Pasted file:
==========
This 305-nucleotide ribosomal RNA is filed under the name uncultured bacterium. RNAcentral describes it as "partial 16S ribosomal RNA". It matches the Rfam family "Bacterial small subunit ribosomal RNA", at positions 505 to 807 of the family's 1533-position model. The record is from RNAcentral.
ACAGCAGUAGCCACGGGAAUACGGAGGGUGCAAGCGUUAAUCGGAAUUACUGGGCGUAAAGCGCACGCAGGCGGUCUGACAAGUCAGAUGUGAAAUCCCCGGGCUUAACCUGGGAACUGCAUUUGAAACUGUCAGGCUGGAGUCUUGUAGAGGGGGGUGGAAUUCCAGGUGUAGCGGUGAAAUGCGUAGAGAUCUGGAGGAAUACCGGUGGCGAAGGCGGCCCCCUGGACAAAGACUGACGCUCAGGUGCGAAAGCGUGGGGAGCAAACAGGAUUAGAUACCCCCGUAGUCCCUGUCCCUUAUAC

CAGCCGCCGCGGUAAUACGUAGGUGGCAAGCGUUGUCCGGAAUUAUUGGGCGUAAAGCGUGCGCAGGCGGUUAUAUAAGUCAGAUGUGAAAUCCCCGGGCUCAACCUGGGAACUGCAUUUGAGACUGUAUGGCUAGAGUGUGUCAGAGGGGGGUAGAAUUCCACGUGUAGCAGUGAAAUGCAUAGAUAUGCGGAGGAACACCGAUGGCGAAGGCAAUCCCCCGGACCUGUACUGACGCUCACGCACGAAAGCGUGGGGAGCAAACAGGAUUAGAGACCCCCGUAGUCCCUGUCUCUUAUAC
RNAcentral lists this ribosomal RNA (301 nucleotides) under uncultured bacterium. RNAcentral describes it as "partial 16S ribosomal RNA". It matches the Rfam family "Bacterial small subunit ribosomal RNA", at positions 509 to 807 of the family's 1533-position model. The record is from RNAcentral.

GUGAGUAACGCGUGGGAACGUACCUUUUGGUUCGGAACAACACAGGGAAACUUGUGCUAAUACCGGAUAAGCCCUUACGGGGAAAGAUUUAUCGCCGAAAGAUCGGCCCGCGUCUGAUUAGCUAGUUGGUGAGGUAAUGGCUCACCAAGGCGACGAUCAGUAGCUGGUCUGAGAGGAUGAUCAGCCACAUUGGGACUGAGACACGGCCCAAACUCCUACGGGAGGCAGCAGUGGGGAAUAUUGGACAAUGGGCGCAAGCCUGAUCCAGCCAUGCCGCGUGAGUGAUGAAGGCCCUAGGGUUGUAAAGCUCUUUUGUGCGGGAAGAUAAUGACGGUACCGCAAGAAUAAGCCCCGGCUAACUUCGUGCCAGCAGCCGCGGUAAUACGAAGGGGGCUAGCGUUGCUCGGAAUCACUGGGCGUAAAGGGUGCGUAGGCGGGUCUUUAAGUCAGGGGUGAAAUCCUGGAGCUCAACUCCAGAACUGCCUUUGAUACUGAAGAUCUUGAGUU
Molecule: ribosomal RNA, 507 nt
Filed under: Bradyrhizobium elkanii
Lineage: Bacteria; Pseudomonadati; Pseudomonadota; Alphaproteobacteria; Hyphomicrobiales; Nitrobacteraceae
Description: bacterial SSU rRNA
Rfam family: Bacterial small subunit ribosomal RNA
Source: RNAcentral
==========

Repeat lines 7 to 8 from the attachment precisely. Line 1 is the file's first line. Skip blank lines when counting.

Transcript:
Filed under: Bradyrhizobium elkanii
Lineage: Bacteria; Pseudomonadati; Pseudomonadota; Alphaproteobacteria; Hyphomicrobiales; Nitrobacteraceae